South Scotland MSP Colin Smyth has renewed his call for an urgent plan to step up cancer services, after revealing new figures showing a drop in cancer diagnoses – despite projections of an increase in cancer prevalence.
Public Health Scotland statistics, part of its Covid ‘wider impact’ series, show a drop in cancer diagnoses across South Scotland in the 11 months to November 29 last year, compared to the same period in 2019.
Across the whole of Scotland, the statistics show that there was a 17 per cent drop in cancer diagnoses in the 11 months to November 29 last year, compared to the same period in 2019.
A total of 40,343 cases were detected in 2019, compared to 33,341 over the same period in 2020.
The PHS report states: “That is to say, just over 7,000 fewer patients in Scotland had a pathologically confirmed cancer diagnosis by the end of November 2020 than would have been expected.”
Last week Colin Smyth warned of a cancer care crisis in south Scotland and demanded urgent action to tackle the backlog of cancer care.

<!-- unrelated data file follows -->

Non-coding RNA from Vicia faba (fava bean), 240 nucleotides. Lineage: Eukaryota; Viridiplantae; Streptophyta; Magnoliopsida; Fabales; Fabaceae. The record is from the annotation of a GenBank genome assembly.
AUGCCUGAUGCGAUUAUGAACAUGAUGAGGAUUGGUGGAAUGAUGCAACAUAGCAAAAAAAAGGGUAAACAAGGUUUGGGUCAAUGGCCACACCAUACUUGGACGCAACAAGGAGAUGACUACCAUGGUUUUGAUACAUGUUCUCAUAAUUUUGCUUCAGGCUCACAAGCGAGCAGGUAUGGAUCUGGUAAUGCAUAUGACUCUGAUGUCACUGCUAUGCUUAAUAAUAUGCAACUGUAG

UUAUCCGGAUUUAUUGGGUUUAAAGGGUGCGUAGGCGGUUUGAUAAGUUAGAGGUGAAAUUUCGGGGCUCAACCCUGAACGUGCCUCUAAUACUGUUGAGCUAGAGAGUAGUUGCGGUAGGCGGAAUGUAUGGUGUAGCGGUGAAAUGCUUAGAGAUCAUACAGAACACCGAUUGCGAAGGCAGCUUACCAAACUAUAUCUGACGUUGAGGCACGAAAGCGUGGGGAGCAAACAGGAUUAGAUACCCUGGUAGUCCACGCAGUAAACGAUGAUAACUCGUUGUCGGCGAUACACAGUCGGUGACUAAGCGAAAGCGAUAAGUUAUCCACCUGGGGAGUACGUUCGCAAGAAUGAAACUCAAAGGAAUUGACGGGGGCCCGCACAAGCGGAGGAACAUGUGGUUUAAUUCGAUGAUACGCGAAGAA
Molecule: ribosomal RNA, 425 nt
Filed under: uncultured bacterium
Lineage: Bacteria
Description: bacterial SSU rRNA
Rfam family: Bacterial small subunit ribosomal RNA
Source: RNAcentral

The warning came on the back of statistics which showed cancer incidence was on the rise across the south of Scotland even before the pandemic began.
Colin Smyth said: “We know that all the projections show that there will be an increase in the number of people who have cancer, so that should mean a rise in the number of diagnoses.
“But instead there has been a dramatic fall in diagnosis during the pandemic as fewer people come forward and screening services were delayed or put on hold altogether.
“There are hundreds of missing patients in our region and there needs to be an urgent plan to address this crisis, including rapid diagnostic centres and a catch-up plan for screenings by increasing staff and processing capacity to clear the backlog within a year.
“The pandemic has had a devastating impact on cancer services, but the problems were there before Covid struck.
“Our fantastic and hard-working NHS has been doing everything it can over these past 18 months, in terrible and unprecedented circumstances, but now we need action.
“The next parliament must be fully focused on a national recovery plan for our NHS so that we never again have to choose between treating a virus or treating cancer.”